Thiago Sousa Santos

Thiago Sousa Santos

About Thiago Sousa Santos

Thiago got in touch with Open Source while working on a Computer Science degree in Brazil. From the early days, he wrote multimedia applications using OpenCV and eventually got interested in developing with GStreamer itself. He was one of the founding members of the OSG Multimedia team. His day-to-day work included maintaining GStreamer and making sure internal projects are developed closer to upstream, allowing the latest features to be used as well as working on improvements to benefit the community. Thiago is interested in all things multimedia, software and system design, and algorithm optimization.

  • Projects

    GStreamer
  • Role

    Senior Multimedia Engineer

Posts by Thiago Sousa Santos

  • Among the tests run daily on the GStreamer continuous integration server, there is a suite for detecting regressions and dangerous conditions called gst-validate. It’s a somewhat recent addition in the history of the project; in short, it activates a number of monitors in running pipelines to detect and report possible issues. These checks can be enabled for any pipeline, and wrap over all elements. gst-validate is run for a number of scenarios and formats that simulate real-world use cases, and it will catch issues for any element in the pipelines under these scenarios. Thibault Saunier, the lead maintainer of gst-validate, has written a very good summary of how it works. Another important part of gst-validate is the media verification tooling, called media-check. This tool compares playback data from a pipeline using the latest git master of GStreamer with a reference file from a previous version, any differences are reported and […]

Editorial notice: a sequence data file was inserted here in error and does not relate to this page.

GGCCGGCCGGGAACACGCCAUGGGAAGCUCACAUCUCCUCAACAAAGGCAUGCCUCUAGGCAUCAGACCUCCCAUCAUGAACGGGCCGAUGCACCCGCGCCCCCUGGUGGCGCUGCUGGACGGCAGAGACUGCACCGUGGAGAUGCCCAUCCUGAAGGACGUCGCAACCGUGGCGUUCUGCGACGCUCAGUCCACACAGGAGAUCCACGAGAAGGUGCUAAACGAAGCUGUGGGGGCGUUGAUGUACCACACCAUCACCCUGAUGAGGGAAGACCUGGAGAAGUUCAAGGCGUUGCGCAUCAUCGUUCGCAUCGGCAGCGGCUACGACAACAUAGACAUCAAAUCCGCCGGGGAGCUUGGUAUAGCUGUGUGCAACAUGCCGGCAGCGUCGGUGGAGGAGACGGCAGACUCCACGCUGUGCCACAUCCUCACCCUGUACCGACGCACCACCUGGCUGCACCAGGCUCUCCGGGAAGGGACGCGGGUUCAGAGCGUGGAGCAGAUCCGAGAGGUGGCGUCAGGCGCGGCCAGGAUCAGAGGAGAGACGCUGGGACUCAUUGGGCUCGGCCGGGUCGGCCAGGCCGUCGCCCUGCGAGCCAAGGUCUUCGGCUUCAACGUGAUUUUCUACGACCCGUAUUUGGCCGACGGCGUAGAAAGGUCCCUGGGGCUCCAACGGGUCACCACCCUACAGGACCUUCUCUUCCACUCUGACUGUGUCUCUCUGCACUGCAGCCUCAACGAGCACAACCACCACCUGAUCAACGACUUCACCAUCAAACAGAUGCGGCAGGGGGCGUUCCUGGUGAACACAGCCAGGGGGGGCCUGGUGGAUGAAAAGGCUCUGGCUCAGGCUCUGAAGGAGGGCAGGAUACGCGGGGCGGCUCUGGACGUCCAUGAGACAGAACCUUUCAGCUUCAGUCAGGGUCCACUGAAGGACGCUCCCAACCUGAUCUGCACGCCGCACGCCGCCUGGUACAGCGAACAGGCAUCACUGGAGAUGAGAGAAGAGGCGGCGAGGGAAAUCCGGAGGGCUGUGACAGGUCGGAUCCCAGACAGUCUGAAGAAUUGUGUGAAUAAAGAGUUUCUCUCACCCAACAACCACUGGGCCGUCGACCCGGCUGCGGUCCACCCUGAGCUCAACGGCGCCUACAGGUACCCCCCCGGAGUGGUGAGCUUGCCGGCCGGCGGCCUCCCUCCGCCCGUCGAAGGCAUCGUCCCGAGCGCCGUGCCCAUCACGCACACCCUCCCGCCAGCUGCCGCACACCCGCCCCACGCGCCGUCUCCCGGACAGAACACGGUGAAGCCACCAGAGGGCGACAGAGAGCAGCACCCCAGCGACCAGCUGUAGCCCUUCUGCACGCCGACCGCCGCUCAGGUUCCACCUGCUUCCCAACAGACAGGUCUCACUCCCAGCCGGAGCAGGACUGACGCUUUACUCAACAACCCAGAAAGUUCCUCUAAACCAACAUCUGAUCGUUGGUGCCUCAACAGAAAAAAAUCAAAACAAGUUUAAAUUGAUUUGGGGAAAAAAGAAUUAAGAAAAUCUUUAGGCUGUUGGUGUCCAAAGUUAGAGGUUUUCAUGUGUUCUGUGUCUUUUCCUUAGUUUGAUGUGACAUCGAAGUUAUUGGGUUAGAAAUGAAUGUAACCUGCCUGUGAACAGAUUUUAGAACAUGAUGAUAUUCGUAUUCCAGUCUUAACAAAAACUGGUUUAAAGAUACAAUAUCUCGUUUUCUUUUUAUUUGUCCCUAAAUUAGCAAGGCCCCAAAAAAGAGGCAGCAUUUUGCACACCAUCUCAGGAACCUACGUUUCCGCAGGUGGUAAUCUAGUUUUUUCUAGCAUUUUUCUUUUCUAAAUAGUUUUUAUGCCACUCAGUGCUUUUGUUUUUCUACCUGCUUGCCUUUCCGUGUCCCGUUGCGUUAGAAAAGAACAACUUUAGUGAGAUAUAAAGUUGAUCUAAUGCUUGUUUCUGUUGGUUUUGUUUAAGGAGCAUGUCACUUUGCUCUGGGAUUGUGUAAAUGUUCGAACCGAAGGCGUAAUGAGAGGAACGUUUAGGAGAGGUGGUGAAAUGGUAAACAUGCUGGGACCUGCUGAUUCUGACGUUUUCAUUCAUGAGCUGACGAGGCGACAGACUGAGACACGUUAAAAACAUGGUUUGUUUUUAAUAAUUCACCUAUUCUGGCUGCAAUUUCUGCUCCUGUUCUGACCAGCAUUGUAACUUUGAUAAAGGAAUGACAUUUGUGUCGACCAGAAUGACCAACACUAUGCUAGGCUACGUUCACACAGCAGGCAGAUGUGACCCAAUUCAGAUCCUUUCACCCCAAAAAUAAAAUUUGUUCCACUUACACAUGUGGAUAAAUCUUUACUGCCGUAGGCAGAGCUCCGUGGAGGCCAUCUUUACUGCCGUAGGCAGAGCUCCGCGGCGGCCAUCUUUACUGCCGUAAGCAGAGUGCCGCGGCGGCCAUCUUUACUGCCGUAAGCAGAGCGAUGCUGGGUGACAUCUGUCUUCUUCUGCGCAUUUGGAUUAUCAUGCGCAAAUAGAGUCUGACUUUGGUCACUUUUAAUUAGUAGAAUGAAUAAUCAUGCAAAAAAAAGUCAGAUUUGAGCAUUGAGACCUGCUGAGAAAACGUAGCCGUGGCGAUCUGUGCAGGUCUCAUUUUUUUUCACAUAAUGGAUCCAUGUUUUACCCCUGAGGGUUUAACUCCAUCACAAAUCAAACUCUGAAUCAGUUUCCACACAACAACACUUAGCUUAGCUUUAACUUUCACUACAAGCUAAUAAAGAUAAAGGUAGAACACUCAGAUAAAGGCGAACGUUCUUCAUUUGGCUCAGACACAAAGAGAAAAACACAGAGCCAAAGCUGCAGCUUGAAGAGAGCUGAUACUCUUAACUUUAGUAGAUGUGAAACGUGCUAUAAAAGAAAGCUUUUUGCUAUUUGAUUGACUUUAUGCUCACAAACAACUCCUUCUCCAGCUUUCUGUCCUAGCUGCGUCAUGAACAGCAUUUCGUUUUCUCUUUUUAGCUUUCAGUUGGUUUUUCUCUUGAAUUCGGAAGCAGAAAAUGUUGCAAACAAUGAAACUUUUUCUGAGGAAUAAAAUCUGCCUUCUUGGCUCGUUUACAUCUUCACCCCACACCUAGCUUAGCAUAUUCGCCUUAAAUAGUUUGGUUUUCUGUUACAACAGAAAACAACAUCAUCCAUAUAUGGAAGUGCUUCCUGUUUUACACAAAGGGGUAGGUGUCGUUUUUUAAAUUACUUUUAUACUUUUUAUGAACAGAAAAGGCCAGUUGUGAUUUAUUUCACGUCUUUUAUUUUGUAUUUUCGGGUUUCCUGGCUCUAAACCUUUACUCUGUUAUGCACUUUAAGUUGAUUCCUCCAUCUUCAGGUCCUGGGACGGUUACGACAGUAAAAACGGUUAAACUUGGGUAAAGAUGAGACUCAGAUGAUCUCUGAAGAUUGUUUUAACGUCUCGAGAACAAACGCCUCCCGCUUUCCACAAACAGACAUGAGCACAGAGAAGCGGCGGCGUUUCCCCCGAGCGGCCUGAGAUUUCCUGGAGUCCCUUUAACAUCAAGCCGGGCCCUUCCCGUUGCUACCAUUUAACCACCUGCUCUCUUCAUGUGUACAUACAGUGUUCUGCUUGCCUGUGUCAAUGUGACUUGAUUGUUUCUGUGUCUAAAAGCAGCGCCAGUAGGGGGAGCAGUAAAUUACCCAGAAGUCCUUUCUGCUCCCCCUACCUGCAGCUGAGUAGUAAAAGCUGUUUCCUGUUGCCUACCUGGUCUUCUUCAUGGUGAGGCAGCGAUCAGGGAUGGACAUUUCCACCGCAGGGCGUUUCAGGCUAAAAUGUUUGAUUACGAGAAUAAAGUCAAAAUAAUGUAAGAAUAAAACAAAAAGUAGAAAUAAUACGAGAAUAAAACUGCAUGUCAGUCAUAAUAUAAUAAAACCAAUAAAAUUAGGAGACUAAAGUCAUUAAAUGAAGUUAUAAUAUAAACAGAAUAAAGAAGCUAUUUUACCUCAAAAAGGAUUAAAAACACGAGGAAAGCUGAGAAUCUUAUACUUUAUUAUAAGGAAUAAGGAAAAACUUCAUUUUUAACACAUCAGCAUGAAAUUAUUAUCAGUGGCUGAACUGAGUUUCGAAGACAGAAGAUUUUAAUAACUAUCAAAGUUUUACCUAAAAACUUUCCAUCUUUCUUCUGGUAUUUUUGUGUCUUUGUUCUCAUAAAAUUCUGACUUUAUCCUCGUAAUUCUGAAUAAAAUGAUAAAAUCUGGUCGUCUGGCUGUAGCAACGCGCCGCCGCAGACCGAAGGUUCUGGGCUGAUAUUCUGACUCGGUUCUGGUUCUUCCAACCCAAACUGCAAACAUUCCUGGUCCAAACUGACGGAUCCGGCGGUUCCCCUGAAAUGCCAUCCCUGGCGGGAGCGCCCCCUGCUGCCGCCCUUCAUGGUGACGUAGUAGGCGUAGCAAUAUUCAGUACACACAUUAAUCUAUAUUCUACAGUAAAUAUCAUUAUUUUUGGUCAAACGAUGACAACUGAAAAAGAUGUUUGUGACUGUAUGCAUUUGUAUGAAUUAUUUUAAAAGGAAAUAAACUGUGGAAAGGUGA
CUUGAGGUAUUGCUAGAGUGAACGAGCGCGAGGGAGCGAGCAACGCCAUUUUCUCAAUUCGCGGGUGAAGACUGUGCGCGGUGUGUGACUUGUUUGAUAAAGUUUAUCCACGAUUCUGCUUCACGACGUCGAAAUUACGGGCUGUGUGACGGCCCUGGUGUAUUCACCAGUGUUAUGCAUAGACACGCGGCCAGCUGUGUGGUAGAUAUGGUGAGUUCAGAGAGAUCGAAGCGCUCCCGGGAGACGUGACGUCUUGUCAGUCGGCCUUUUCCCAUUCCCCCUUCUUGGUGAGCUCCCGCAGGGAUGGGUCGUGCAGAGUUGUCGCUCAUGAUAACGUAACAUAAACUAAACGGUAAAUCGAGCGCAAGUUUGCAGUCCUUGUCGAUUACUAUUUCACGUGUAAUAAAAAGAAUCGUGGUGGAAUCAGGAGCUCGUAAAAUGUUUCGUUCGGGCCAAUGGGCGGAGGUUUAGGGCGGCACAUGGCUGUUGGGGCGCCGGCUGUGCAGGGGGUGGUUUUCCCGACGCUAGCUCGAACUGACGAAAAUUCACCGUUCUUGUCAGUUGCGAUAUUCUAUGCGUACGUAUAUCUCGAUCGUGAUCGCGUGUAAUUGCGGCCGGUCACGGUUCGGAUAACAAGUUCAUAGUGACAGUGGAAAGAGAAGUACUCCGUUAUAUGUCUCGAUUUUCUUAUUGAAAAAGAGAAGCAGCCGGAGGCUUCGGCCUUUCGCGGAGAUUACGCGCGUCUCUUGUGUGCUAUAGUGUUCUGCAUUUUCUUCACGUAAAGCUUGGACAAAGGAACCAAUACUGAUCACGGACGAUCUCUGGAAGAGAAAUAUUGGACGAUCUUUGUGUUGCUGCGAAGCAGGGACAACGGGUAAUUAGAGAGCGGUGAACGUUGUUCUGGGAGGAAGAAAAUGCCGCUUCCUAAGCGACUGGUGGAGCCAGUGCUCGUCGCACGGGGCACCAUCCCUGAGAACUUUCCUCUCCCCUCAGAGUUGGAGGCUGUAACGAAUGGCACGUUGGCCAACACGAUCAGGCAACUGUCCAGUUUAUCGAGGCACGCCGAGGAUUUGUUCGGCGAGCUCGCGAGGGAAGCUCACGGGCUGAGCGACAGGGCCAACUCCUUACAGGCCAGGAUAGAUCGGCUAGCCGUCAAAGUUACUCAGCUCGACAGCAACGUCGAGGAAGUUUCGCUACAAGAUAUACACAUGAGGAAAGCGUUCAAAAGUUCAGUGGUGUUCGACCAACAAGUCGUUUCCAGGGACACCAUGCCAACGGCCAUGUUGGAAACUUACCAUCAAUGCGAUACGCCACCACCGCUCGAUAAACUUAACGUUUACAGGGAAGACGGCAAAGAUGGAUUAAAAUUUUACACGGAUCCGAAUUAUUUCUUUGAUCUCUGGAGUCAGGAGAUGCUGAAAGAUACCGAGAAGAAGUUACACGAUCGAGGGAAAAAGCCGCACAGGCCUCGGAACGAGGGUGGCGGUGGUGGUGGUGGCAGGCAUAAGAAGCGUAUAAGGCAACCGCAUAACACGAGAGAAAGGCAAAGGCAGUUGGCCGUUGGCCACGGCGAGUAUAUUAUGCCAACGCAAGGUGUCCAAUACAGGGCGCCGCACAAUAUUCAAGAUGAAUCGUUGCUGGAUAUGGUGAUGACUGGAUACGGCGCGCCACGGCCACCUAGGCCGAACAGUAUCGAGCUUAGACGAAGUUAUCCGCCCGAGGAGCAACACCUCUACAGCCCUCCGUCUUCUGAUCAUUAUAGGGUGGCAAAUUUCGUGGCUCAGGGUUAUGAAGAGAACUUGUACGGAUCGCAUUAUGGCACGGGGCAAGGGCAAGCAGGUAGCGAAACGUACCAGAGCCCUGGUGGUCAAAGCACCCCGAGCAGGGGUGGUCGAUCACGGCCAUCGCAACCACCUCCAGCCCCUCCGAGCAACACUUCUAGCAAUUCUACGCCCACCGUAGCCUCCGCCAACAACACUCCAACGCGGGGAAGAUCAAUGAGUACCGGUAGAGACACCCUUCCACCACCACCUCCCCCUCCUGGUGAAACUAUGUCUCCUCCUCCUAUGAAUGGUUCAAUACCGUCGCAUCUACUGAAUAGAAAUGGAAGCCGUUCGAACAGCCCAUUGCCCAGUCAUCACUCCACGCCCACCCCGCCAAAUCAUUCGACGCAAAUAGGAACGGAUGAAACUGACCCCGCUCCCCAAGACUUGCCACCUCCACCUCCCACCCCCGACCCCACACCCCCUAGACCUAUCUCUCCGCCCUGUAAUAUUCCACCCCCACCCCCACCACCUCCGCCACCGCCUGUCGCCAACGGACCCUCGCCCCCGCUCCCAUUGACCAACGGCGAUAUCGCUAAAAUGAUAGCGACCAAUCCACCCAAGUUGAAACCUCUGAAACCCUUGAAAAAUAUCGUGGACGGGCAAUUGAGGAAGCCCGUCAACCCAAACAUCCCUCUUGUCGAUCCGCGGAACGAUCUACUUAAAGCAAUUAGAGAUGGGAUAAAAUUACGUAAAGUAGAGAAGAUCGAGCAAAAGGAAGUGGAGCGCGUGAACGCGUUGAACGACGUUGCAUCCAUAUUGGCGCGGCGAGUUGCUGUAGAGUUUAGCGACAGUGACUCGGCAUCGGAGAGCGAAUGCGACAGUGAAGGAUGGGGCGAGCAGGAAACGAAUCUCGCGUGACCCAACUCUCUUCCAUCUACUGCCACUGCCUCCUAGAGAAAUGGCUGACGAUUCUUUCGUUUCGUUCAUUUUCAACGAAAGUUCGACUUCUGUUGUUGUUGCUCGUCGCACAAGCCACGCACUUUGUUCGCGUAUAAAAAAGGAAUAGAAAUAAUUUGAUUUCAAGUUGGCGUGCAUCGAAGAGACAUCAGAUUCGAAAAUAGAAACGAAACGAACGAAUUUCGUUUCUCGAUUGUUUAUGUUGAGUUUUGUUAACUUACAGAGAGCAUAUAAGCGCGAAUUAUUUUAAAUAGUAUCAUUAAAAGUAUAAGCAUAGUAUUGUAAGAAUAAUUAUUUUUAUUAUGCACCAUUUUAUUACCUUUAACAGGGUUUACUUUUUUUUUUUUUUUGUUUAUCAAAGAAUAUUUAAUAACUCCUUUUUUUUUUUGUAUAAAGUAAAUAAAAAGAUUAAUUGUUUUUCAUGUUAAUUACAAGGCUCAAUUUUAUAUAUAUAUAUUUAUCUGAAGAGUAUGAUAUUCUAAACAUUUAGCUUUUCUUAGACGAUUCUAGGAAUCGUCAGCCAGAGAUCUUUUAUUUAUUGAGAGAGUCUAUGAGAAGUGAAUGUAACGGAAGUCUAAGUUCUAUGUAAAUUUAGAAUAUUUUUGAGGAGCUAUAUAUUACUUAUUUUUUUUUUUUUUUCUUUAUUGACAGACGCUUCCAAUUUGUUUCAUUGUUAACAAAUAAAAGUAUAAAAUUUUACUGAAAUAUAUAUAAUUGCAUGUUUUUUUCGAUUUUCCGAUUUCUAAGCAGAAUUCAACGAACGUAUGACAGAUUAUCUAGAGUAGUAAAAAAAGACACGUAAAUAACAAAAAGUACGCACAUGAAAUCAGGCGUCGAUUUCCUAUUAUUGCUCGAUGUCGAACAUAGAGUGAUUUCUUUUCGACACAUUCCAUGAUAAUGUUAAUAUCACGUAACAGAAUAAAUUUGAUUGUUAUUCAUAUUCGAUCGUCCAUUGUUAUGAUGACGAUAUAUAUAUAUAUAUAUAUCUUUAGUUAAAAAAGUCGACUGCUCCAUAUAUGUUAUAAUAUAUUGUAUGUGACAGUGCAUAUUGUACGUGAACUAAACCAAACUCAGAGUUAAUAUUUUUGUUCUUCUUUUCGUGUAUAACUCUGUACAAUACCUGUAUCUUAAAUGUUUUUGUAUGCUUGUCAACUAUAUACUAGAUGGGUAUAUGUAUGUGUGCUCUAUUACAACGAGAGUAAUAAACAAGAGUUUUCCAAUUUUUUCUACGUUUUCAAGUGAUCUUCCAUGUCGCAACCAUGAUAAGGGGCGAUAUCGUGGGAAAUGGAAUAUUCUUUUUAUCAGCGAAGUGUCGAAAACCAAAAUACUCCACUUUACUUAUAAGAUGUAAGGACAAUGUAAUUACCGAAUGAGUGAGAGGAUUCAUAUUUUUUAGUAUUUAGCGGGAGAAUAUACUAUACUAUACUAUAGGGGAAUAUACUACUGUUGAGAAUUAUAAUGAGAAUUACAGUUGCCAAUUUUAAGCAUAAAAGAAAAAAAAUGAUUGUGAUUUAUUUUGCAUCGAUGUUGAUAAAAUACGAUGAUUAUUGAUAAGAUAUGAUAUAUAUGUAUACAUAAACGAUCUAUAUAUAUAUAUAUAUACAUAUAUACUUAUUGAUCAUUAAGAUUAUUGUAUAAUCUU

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  • Media pipelines are important to virtually any modern device that displays video or audio. It’s important these pipelines are optimized in order to provide responsive video and audio playback on devices that might have tightly constrained hardware resources like smartphones, smartwatches, and IoT devices. During theĀ GStreamer summer hackfest in Montpellier, France one of our areas of focus was on improving how GStreamer performs caps negotiation. Brief review of caps negotiation Before data can flow on a GStreamer pipeline, elements must agree on the data format they will use. The process of selecting those formats is called Caps Negotiation and it uses three different types of interactions: caps queries, accept-caps queries and caps events. The Caps Query is used to ask elements what formats they can receive or produce, and it is recursive in thatĀ one element also queries others to avoid exposing formats that wouldn’t be accepted further ahead in the […]

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